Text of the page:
The legendary Italian marque of Maserati had been founded in 1926 as a manufacturer of, predominantly, single-seat racing cars. A number of two-seat sports variants were produced pre-World War 2 but they were relatively rare, particularly in contrast to the many Vetturetta or Voiturette-class purebred open-wheeled racing models they manufactured.
In 1937 the founding Maserati brothers sold their company to the industrialist Adolfo Orsi, who moved their factory from Bologna to Modena, and who retained the brothers’ services under a ten-year service contract. Upon its expiry they returned to Bologna where they founded their own independent OSCA company, but in Modena the Gruppo Orsi’s Automobili Maserati company went from strength to strength. The A6GCS was a very important model for them, and it enjoyed great racing success right from its debut in time for the 1947 season.
Ever since the first races of the single-seat Maserati 6CM, Ernesto Maserati had nurtured a plan to use that 6-cylinder engine as the basis of sports car. As early as September 1946 Ernesto Maserati and engineer Alberto Massimino had produced an unsupercharged 6C-1500 driven by its new owner Guido Barbieri to race wins at Mantua and then – with Gigi Villoresi behind the wheel – at Voghera. This 1500cc 6-cylinder with single overhead camshaft breathed through three twin-choke Weber carburettors and developed around 90bhp. For 1947 Maserati had learned that Ferrari was poised to launch a new 1500cc V12-engined sporting rival. The news was literally like a red rag to a bull. The result was the Maserati A6GCS. Major styling houses such as Pinin Farina and Frua subsequently produced Gran Turismo versions of the basic A6G – ‘G’ for ‘Ghersa’, ‘iron’ crankcase engined model.
As Massimino adopted a racing orientated ladder frame chassis with oval-section main longeron tubes – made for Maserati by the same specialist Gilco company that supplied Ferrari – the A6G emerged most famously as the A6GCS model – ‘C’ for ‘Corsa’ (race) and ‘S’ for ‘Sport’. Drivers Alberto Ascari and Gigi Villoresi excelled in these lightweight and spartan new sports-racing cars through the 1947-48 seasons, and the early-style A6GCS progressed in specialist production into 1953 – at least 16 being manufactured before the twin-overhead camshaft A6GCS/53 replaced it in much more intensive production – over 50 of these later cars.
It is believed that 48 A6GCS/53 cars were produced with Spider bodies and four with the ‘Berlinetta Pininfarina’ closed coachwork. All were originally delivered with a 1985cc aluminum block, overhead twin-cam, twin-plug engine producing approximately 170 horse power. Through the years, many of the A6GCSs used for racing saw multiple engine changes and subsequent modifications. Often, American engines were inserted into the ageing chassis/body assemblies to replace the careworn 6-cylinder in-line Maserati originals.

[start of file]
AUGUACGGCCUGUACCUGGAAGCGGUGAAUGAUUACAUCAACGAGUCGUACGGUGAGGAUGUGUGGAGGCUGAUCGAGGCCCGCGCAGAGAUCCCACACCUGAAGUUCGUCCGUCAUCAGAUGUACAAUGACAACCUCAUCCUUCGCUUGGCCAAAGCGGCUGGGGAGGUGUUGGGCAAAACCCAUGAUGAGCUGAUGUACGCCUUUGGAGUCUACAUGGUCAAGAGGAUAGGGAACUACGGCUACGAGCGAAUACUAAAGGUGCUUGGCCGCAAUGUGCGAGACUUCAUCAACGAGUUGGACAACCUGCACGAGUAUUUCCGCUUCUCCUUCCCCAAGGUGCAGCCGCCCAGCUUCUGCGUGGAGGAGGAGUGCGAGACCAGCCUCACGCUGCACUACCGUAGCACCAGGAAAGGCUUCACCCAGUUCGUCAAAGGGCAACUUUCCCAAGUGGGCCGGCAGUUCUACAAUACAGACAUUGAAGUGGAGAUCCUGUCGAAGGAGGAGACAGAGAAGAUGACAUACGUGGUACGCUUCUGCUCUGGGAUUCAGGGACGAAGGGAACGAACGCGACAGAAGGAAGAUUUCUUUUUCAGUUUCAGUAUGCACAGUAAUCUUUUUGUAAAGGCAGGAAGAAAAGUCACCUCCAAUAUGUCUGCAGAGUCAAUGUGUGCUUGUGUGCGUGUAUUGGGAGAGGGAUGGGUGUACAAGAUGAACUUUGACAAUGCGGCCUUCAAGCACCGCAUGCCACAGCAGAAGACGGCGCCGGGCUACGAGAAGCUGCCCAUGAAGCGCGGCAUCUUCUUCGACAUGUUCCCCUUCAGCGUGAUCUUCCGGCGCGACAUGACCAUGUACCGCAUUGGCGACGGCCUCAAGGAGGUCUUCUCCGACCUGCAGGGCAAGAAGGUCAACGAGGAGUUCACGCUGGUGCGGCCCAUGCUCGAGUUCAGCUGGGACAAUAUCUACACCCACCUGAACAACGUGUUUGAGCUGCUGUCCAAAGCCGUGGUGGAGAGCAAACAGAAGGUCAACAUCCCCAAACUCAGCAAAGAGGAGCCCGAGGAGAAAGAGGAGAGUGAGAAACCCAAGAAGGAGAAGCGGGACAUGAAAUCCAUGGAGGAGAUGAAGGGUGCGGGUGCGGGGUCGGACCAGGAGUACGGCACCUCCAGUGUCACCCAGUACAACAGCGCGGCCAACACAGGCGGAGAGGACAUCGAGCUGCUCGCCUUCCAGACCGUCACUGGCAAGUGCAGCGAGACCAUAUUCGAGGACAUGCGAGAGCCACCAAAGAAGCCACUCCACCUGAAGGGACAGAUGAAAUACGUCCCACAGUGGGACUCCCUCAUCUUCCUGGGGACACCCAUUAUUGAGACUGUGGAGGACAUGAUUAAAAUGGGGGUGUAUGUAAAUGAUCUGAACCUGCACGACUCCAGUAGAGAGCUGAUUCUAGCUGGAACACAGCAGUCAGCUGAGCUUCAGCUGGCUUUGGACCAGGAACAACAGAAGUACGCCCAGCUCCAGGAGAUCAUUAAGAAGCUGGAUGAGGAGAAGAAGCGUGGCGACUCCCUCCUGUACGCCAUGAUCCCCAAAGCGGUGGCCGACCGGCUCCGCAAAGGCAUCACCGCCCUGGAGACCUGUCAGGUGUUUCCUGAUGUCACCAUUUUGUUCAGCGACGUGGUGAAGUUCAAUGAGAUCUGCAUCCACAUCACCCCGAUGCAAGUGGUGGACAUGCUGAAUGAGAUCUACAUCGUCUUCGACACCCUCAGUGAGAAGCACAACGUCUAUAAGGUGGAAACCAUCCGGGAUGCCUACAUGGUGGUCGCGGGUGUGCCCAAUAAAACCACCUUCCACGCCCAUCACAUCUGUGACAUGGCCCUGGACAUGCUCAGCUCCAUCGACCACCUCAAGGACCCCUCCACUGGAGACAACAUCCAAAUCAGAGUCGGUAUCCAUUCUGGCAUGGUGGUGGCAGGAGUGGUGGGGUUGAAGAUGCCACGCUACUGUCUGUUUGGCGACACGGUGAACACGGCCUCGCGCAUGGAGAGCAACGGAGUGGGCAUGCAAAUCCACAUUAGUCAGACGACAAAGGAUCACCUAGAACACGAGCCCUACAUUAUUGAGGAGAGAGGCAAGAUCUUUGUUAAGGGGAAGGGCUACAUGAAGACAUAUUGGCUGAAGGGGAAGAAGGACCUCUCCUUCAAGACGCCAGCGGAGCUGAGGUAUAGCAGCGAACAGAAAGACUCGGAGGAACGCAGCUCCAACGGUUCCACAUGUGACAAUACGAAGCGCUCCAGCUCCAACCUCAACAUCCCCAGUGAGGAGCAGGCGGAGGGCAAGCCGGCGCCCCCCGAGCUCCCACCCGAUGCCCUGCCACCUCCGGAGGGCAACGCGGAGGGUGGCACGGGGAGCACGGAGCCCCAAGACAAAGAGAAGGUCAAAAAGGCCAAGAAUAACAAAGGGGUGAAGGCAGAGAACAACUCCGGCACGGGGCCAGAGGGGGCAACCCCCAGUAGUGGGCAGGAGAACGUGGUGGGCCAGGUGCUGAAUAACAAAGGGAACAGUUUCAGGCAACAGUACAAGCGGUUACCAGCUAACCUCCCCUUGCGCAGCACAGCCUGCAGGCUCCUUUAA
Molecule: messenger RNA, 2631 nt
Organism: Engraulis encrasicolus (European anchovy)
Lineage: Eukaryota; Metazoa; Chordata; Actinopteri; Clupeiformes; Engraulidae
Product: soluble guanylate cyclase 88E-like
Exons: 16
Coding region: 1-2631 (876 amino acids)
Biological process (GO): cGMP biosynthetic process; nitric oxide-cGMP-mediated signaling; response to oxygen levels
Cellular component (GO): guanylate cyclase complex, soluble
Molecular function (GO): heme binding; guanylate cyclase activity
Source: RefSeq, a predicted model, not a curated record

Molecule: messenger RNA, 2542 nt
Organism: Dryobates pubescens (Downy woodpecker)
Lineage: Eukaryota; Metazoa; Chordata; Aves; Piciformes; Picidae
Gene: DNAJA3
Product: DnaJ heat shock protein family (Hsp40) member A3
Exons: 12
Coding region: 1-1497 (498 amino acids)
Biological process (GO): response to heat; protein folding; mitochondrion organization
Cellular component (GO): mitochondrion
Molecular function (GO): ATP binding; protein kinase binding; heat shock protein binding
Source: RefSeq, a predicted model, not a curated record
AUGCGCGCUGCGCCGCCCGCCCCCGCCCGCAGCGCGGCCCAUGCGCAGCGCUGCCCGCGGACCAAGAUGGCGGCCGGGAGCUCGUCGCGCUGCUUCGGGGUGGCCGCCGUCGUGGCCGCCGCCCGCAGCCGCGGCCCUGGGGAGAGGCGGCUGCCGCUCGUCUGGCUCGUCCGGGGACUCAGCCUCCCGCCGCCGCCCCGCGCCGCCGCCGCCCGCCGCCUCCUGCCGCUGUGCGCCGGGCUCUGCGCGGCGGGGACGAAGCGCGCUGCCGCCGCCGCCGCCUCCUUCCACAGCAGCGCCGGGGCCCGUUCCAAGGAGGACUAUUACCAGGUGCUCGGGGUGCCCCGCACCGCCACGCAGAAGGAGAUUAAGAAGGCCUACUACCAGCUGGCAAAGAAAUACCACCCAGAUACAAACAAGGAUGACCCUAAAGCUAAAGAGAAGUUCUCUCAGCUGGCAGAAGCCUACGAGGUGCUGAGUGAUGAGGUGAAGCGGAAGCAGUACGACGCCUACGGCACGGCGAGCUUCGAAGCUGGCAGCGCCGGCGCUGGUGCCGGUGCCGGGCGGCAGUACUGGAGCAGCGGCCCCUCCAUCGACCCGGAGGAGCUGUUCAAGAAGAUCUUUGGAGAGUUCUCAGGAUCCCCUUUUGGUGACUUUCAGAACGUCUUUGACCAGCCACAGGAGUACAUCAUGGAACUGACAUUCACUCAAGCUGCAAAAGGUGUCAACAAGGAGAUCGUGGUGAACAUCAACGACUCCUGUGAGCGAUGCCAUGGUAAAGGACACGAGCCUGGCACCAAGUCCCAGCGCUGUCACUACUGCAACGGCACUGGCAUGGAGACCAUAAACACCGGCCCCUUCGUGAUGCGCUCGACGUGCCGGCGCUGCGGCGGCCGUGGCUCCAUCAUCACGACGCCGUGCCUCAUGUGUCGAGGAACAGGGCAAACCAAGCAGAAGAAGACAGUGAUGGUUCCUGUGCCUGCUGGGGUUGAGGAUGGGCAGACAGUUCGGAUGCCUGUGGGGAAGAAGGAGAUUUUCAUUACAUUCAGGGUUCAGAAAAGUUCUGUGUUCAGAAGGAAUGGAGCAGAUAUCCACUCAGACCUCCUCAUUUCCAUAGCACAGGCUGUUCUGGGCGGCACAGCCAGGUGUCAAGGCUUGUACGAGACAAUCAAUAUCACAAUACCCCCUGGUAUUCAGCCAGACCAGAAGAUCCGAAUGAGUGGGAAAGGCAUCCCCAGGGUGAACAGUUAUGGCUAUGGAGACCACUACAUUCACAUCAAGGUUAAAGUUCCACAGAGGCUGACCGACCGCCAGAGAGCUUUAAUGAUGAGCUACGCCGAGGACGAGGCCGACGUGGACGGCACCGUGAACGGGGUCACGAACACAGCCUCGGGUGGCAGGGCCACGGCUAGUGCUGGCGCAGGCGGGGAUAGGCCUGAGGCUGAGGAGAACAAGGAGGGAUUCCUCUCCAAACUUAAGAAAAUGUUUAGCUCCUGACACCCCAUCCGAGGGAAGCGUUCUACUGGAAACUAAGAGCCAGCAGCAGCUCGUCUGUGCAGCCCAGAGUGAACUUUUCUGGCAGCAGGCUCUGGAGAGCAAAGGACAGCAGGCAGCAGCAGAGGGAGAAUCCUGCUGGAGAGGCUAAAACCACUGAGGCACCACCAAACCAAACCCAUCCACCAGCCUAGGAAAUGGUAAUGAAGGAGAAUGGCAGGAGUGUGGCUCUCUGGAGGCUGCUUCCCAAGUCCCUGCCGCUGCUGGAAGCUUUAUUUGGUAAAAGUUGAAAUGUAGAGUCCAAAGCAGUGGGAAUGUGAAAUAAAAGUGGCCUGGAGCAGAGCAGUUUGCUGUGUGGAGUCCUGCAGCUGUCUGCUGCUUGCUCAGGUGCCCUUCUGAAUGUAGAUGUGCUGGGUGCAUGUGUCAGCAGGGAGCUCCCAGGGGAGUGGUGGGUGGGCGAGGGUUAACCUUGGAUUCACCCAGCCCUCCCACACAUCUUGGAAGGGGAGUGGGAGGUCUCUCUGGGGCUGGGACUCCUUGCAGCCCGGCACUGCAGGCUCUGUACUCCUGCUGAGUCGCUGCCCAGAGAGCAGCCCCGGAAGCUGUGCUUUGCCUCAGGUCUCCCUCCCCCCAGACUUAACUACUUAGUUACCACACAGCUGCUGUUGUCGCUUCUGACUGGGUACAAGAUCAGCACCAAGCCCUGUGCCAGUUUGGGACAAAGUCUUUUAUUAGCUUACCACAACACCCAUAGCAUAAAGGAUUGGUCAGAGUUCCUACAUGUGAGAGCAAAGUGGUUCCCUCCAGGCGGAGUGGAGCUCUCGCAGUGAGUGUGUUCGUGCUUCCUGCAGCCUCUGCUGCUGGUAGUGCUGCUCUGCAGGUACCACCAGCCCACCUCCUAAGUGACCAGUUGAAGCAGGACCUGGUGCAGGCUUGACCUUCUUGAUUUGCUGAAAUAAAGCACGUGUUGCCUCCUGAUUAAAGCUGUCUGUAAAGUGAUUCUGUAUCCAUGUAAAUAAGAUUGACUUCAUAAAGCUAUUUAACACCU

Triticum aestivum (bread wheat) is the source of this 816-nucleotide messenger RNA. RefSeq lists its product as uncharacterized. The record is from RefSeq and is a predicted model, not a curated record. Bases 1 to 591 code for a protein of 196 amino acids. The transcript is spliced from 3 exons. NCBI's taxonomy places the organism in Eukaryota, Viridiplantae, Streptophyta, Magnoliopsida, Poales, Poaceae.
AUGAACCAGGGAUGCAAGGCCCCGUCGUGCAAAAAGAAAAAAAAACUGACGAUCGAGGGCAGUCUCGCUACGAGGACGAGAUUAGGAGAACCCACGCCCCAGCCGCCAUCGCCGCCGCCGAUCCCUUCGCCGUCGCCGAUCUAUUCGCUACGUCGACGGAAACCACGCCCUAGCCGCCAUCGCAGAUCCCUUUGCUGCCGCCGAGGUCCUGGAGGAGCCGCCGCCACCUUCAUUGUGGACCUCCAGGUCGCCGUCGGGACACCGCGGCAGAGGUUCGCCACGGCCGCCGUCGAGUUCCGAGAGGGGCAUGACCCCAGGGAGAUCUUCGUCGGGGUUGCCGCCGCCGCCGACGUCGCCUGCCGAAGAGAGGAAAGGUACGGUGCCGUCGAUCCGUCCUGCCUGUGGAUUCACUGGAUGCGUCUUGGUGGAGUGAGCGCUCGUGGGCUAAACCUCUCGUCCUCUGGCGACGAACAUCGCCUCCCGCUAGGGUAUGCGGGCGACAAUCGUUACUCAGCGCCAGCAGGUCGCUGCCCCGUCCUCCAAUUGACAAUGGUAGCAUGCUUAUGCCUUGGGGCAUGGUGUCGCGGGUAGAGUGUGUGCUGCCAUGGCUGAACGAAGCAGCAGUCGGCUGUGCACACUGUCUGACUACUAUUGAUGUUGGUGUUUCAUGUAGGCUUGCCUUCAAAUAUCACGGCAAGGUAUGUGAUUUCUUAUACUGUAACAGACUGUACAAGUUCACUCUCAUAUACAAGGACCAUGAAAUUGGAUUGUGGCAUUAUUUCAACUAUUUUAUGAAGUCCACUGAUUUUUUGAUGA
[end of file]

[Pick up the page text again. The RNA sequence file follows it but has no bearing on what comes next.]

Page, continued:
Aluminum Coachwork build by the legendary Giovanni Giordanengo, best known for his world class 250 TR and GTO evocations, this stunning A6GCS was built in Italy by him in 1989/1990. Giordanengo has become a household name in his own right. The Giordanengo body is now carefully mated to a matching numbers 1962 Maserati Sebring series 1, the chassis was shortened and the rear axel made narrower to the dimensions of the A6GCS spider body. Transmission is from a good ZF 5 speed box (55-18/3) and the engine and transmission have been moved back 40 cm in the chassis. The engine was rebuilt by Randy Randazzo in the 70s and 80s but will now require recommissioning.
Fitted with Borrani wire wheels, the rev counter instrument is Jaeger (maybe late A6G or early 3500 GT). Also 2 small instruments for oil and water (like later Sebrings), 3 switches from that era (like 3500 GT), a press button to start and a dash light (like 3500 GT). Head lamps are Carello. There are further parts present, a new water pump and inlet manifold, 3 Weber 40 DCOE carburettors, a radiator, a fuel tank with separate fuel cap (one-click racing style), 2 seat bodys (polyester), alternator, 2 ignition coils, hand brake handle for under-dash mount.
Car will be sold with a Bill of Sale and import documents from USA into Europe (Holland) and a Maserati Classiche, giving details about how it was produced new as a Series 1 Sebring.
The possibilities for this car are almost endless. It would make a welcome entrant in many prestigious events in the world, A very rare opportunity to own the nearest thing to a real A6GCS and become a welcome and respected member of a very exclusive club.